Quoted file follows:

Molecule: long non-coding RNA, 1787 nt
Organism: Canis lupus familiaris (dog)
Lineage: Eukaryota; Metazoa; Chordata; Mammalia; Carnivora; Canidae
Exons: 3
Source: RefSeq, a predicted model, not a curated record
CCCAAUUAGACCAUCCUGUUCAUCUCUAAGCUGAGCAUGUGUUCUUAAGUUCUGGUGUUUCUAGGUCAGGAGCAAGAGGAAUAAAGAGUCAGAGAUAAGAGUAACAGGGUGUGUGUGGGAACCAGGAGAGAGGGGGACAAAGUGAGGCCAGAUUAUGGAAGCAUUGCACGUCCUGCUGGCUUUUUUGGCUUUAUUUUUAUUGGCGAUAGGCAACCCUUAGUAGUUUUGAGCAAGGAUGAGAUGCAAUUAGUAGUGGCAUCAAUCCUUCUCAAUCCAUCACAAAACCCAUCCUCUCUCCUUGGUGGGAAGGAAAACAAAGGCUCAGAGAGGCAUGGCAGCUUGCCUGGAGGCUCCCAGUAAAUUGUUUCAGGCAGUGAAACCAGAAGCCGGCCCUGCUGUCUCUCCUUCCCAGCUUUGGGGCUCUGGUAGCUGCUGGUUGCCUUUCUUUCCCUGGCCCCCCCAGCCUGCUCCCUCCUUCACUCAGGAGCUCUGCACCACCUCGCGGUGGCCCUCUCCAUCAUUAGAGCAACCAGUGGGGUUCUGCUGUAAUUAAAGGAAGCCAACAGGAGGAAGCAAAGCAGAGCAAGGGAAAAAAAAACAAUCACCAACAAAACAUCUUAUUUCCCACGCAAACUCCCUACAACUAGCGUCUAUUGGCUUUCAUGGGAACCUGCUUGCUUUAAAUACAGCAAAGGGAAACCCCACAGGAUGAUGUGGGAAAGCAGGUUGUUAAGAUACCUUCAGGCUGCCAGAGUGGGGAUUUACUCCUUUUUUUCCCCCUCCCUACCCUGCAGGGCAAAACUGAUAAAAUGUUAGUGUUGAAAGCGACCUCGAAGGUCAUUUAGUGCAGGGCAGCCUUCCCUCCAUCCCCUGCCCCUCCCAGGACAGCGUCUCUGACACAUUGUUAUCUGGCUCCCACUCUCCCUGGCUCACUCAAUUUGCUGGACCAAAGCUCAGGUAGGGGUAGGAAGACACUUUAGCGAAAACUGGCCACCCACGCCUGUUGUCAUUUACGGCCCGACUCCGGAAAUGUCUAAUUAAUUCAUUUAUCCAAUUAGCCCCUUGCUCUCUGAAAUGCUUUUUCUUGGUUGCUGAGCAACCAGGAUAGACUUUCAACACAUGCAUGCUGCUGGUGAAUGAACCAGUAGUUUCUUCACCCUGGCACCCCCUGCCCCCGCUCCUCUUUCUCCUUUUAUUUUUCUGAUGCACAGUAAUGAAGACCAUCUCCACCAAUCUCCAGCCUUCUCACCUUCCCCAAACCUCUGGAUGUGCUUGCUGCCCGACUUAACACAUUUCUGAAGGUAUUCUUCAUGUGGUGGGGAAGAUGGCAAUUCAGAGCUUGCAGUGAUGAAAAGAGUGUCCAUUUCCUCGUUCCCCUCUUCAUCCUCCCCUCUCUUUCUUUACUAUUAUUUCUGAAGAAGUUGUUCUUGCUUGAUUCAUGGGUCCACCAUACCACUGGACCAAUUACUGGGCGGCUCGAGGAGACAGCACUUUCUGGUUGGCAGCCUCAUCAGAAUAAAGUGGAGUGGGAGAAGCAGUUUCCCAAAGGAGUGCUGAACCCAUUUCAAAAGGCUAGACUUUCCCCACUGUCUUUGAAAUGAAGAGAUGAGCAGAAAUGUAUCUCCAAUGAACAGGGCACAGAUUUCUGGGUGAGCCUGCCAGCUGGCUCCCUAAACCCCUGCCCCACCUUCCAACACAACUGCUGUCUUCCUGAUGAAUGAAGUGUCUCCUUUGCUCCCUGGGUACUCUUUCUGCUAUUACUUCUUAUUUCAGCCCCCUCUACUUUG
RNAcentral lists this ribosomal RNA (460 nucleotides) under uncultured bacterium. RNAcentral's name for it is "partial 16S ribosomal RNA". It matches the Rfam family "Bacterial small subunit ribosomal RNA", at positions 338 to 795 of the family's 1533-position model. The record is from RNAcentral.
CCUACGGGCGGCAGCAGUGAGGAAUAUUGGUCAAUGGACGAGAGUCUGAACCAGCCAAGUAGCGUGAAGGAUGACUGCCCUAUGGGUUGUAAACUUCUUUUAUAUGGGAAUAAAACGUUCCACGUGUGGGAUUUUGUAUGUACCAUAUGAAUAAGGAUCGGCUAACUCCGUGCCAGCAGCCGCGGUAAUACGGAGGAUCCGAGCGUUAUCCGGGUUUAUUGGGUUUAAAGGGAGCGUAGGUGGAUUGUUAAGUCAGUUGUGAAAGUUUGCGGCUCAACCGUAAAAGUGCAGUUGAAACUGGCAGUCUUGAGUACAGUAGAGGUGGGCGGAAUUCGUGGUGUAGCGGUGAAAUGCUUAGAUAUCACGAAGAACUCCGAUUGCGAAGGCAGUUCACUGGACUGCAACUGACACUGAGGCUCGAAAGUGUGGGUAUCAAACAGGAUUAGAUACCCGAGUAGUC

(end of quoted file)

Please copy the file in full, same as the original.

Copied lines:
Molecule: long non-coding RNA, 1787 nt
Organism: Canis lupus familiaris (dog)
Lineage: Eukaryota; Metazoa; Chordata; Mammalia; Carnivora; Canidae
Exons: 3
Source: RefSeq, a predicted model, not a curated record
CCCAAUUAGACCAUCCUGUUCAUCUCUAAGCUGAGCAUGUGUUCUUAAGUUCUGGUGUUUCUAGGUCAGGAGCAAGAGGAAUAAAGAGUCAGAGAUAAGAGUAACAGGGUGUGUGUGGGAACCAGGAGAGAGGGGGACAAAGUGAGGCCAGAUUAUGGAAGCAUUGCACGUCCUGCUGGCUUUUUUGGCUUUAUUUUUAUUGGCGAUAGGCAACCCUUAGUAGUUUUGAGCAAGGAUGAGAUGCAAUUAGUAGUGGCAUCAAUCCUUCUCAAUCCAUCACAAAACCCAUCCUCUCUCCUUGGUGGGAAGGAAAACAAAGGCUCAGAGAGGCAUGGCAGCUUGCCUGGAGGCUCCCAGUAAAUUGUUUCAGGCAGUGAAACCAGAAGCCGGCCCUGCUGUCUCUCCUUCCCAGCUUUGGGGCUCUGGUAGCUGCUGGUUGCCUUUCUUUCCCUGGCCCCCCCAGCCUGCUCCCUCCUUCACUCAGGAGCUCUGCACCACCUCGCGGUGGCCCUCUCCAUCAUUAGAGCAACCAGUGGGGUUCUGCUGUAAUUAAAGGAAGCCAACAGGAGGAAGCAAAGCAGAGCAAGGGAAAAAAAAACAAUCACCAACAAAACAUCUUAUUUCCCACGCAAACUCCCUACAACUAGCGUCUAUUGGCUUUCAUGGGAACCUGCUUGCUUUAAAUACAGCAAAGGGAAACCCCACAGGAUGAUGUGGGAAAGCAGGUUGUUAAGAUACCUUCAGGCUGCCAGAGUGGGGAUUUACUCCUUUUUUUCCCCCUCCCUACCCUGCAGGGCAAAACUGAUAAAAUGUUAGUGUUGAAAGCGACCUCGAAGGUCAUUUAGUGCAGGGCAGCCUUCCCUCCAUCCCCUGCCCCUCCCAGGACAGCGUCUCUGACACAUUGUUAUCUGGCUCCCACUCUCCCUGGCUCACUCAAUUUGCUGGACCAAAGCUCAGGUAGGGGUAGGAAGACACUUUAGCGAAAACUGGCCACCCACGCCUGUUGUCAUUUACGGCCCGACUCCGGAAAUGUCUAAUUAAUUCAUUUAUCCAAUUAGCCCCUUGCUCUCUGAAAUGCUUUUUCUUGGUUGCUGAGCAACCAGGAUAGACUUUCAACACAUGCAUGCUGCUGGUGAAUGAACCAGUAGUUUCUUCACCCUGGCACCCCCUGCCCCCGCUCCUCUUUCUCCUUUUAUUUUUCUGAUGCACAGUAAUGAAGACCAUCUCCACCAAUCUCCAGCCUUCUCACCUUCCCCAAACCUCUGGAUGUGCUUGCUGCCCGACUUAACACAUUUCUGAAGGUAUUCUUCAUGUGGUGGGGAAGAUGGCAAUUCAGAGCUUGCAGUGAUGAAAAGAGUGUCCAUUUCCUCGUUCCCCUCUUCAUCCUCCCCUCUCUUUCUUUACUAUUAUUUCUGAAGAAGUUGUUCUUGCUUGAUUCAUGGGUCCACCAUACCACUGGACCAAUUACUGGGCGGCUCGAGGAGACAGCACUUUCUGGUUGGCAGCCUCAUCAGAAUAAAGUGGAGUGGGAGAAGCAGUUUCCCAAAGGAGUGCUGAACCCAUUUCAAAAGGCUAGACUUUCCCCACUGUCUUUGAAAUGAAGAGAUGAGCAGAAAUGUAUCUCCAAUGAACAGGGCACAGAUUUCUGGGUGAGCCUGCCAGCUGGCUCCCUAAACCCCUGCCCCACCUUCCAACACAACUGCUGUCUUCCUGAUGAAUGAAGUGUCUCCUUUGCUCCCUGGGUACUCUUUCUGCUAUUACUUCUUAUUUCAGCCCCCUCUACUUUG
RNAcentral lists this ribosomal RNA (460 nucleotides) under uncultured bacterium. RNAcentral's name for it is "partial 16S ribosomal RNA". It matches the Rfam family "Bacterial small subunit ribosomal RNA", at positions 338 to 795 of the family's 1533-position model. The record is from RNAcentral.
CCUACGGGCGGCAGCAGUGAGGAAUAUUGGUCAAUGGACGAGAGUCUGAACCAGCCAAGUAGCGUGAAGGAUGACUGCCCUAUGGGUUGUAAACUUCUUUUAUAUGGGAAUAAAACGUUCCACGUGUGGGAUUUUGUAUGUACCAUAUGAAUAAGGAUCGGCUAACUCCGUGCCAGCAGCCGCGGUAAUACGGAGGAUCCGAGCGUUAUCCGGGUUUAUUGGGUUUAAAGGGAGCGUAGGUGGAUUGUUAAGUCAGUUGUGAAAGUUUGCGGCUCAACCGUAAAAGUGCAGUUGAAACUGGCAGUCUUGAGUACAGUAGAGGUGGGCGGAAUUCGUGGUGUAGCGGUGAAAUGCUUAGAUAUCACGAAGAACUCCGAUUGCGAAGGCAGUUCACUGGACUGCAACUGACACUGAGGCUCGAAAGUGUGGGUAUCAAACAGGAUUAGAUACCCGAGUAGUC